And luckily he said yeah. I paid him back after the first deal I did, I paid him the ten grand. We did over, with his company, we did over $20 million dollars in Real Estate. Out of that, I did a few deals on my own. And …

Andrew: What do you mean, you did millions in Real Estate for his company? Is this Doug Fuller, by the way? I’m looking up on … no that’s not him.

Mel: Nope. His name was Doug [McKern].

Andrew: Doug McKern. So what do mean you did millions for his company in Real Estate?

Mel: Yeah, So, during that time in Vegas, you could buy houses for penny on the dollars, and that next month they would be two to three times as much, as when you … it was ridiculous, it was that bubble. And that bubble crashed pretty hard to. So, I would go out, and he would just say, Mel, you need to call these hundred people today, and he would give me a list.

These people would come from the assessor’s office and they would be people who’re in default, they’re pre-foreclosures. And he’d say Mel call them, I’d say, OK, I’ll call them. He’d say Mel, I need you to go walk in 120 degree weather and go knock on their doors. OK, so I went and knocked on their doors. It sucked, it wasn’t the greatest thing in the world, and deals didn’t fly in from the heavens either, but one came in. The first deal I got was, I made $20 grand on it, and it was a quick flip. So every deal that I got, and he taught me how to do those, was run through his business.

Andrew: I see. You weren’t buy it with your money, you were buying it with his backing?

Mel: Yeah. I would find the deals. I started off just bird dogging. Finding the deals, bringing it to him, he’d finance them, we’d fix them up, or maybe we’d flip them, or maybe we’d rent them back. Then we’d go on and do the next ones.

Andrew: Okay. So, at the end of that … well why did you end it then, if you’re finally doing well. You had a mentor who believed in you, you had a path, what happened?

Mel: The market crashed.

Andrew: Okay.

Mel: Market crashed, it crashed hard. And he lost a bunch of money, a bunch of properties. I lost a few, but I was able to get out of there with enough money to just say, I’m just going to go hangout for. . .

Andrew: How much money?

Mel: In my bank account, I had about $350 thousand.

Andrew: Wow. So this is from 2003 to 2006?

Mel: Yeah.

Andrew: Your life turns around that dramatically. Now when you’re at the low you told us how you felt, when you get to that high, how do you feel then?

Mel: It was awesome, it was awesome, but then again, for me it was … I’ve always had this attitude, that if I dedicate myself 110% into something, and if I surround myself with the right people, and the right mindset that, I’ll achieve it one way or another.

Andrew: Okay.

Mel: And so when I actually did, and I had the money in my account, and things were great again. In Vegas, you’re living in Vegas is a very tricky thing. You get, I know I got sucked into the lifestyle, so you’re going to clubs, girls, booze, drugs, you name it, it’s happening in Vegas. I’m not saying that good stuff doesn’t happen there to, but you can very easily get naughty in that lifestyle.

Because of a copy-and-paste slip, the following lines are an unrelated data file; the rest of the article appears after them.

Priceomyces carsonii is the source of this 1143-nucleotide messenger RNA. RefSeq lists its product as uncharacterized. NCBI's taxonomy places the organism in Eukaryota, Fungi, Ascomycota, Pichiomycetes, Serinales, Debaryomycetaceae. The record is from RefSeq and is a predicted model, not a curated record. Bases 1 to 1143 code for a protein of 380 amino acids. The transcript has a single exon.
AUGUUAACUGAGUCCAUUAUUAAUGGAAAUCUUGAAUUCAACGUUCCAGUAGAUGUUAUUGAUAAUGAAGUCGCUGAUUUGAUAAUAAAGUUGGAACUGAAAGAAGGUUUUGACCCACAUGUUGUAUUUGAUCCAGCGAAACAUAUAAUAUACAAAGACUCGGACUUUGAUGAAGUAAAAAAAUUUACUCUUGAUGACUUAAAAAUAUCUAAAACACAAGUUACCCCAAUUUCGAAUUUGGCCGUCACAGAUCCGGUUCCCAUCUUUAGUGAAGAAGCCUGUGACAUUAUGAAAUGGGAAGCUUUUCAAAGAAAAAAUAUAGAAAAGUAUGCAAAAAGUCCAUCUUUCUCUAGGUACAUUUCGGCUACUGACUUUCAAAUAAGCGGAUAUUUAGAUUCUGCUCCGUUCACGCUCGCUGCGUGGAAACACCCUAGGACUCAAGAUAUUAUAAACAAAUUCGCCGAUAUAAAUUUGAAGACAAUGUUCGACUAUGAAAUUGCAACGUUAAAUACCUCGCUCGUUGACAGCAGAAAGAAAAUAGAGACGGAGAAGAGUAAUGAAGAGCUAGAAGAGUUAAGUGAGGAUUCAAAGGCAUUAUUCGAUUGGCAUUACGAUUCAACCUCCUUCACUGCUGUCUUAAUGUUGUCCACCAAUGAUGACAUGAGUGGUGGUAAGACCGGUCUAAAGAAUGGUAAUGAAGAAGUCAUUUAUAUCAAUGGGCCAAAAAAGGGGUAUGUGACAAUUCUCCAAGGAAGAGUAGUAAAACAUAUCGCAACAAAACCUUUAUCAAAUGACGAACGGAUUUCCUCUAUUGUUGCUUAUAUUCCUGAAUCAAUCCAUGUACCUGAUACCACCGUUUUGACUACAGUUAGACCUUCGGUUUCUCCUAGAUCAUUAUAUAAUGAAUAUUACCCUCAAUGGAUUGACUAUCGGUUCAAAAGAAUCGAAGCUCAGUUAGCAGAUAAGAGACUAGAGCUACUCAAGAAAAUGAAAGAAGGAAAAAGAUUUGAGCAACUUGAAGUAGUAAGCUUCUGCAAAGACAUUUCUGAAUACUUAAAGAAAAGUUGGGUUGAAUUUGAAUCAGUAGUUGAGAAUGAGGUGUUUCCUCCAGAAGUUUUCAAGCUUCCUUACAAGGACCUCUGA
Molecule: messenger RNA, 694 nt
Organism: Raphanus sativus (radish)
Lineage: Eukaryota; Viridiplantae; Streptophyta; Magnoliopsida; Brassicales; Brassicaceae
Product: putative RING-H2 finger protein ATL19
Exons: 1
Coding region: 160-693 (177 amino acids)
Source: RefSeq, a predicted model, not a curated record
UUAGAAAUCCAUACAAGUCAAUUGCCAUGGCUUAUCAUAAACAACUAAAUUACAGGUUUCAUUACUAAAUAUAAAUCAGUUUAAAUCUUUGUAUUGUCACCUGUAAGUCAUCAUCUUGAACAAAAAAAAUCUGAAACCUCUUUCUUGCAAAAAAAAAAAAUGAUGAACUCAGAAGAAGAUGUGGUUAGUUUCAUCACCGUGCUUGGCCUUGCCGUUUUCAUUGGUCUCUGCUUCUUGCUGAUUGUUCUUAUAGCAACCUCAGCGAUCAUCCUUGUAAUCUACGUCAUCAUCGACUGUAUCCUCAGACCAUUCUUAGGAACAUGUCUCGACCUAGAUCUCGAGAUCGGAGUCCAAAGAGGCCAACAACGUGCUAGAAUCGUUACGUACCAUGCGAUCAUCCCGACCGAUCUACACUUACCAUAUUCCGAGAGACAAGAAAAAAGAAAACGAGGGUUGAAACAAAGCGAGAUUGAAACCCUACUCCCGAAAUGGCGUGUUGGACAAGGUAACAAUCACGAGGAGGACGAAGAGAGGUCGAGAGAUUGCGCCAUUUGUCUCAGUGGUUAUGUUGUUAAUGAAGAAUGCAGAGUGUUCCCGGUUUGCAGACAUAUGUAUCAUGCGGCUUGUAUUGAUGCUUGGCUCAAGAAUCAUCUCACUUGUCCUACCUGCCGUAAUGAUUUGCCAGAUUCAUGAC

Andrew: What drugs did you do in Vegas?

Mel: (laughs) What drug didn’t I do in Vegas.

Andrew: Really, why did you do drugs? I’ll tell you that I wanted to learn to relax with pot, it didn’t work for me, but that’s why I went to do it. I wanted to get more, I think I went to it, like, for self-help reasons and it didn’t do anything. Why did you go to it?

Mel: Why did I do it? Because everyone was doing it.

Andrew: I see. And why do you feel like you needed acceptance when you were doing so well? I understand why I needed acceptance. I was a freak. Why do you feel like you needed acceptance?

Mel: It was looking for that next level.

Andrew: Okay.

Mel: Take me to that next high.

Andrew: A guy who walks into a restaurant takes you to the next level by suggesting different ways for you to build a business and you get there. You’re thinking, “If I could do drugs with people who are at that next level or could help me get to that next level, then that’s the reason to do it.” It’s not to tune out, it’s not to relax, it’s not to get firey. It’s that.

Mel: Yeah.

Andrew: Okay.

Mel: It’s artificially trying to achieve that peek state.

Andrew: Okay.

Mel: What is humanly possible? Because when you’re at the place where you’re driving, and you know, I was 22, 23 years old. When you’re driving the car of your dreams, I was driving a 911 Turbo, black one. When you’re driving the car, when you’re living in the house, when you have as many girls as you want, what’s next? When you have these external possessions and you still don’t feel a hundred percent fulfilled, well, what’s next? What do you do? And that’s where I hit that point.

And I was in the scene in Vegas, where it wasn’t a healthy scene by all means, not only physically, but also mentally. And a tragic incident happened that shifted my life. And unfortunately, sometimes these incidences that could be seen as horrible and often times they are, if you could translate them into some sort of learning, they can empower you. And one of the nights where, you know in Vegas the party doesn’t start till 12:00 AM. It was one of those nights. We partied till 5:00 AM in the morning. Spending thousands of dollars a night. Five grand a night was not unheard of. That was a typical night. We come home and we’re right about to go to bed and I get a phone call.

On the other line is my friend weeping, crying. She says to me, “Mel, you won’t believe what just happened, but Paul got shot.” Paul Stevens was his name. He got murdered. Out of the blue. We were just hanging out with this guy. Our friend, close friend. Killed. And that, that shifted something in me. I had to get out. I had to get out of Vegas and I left.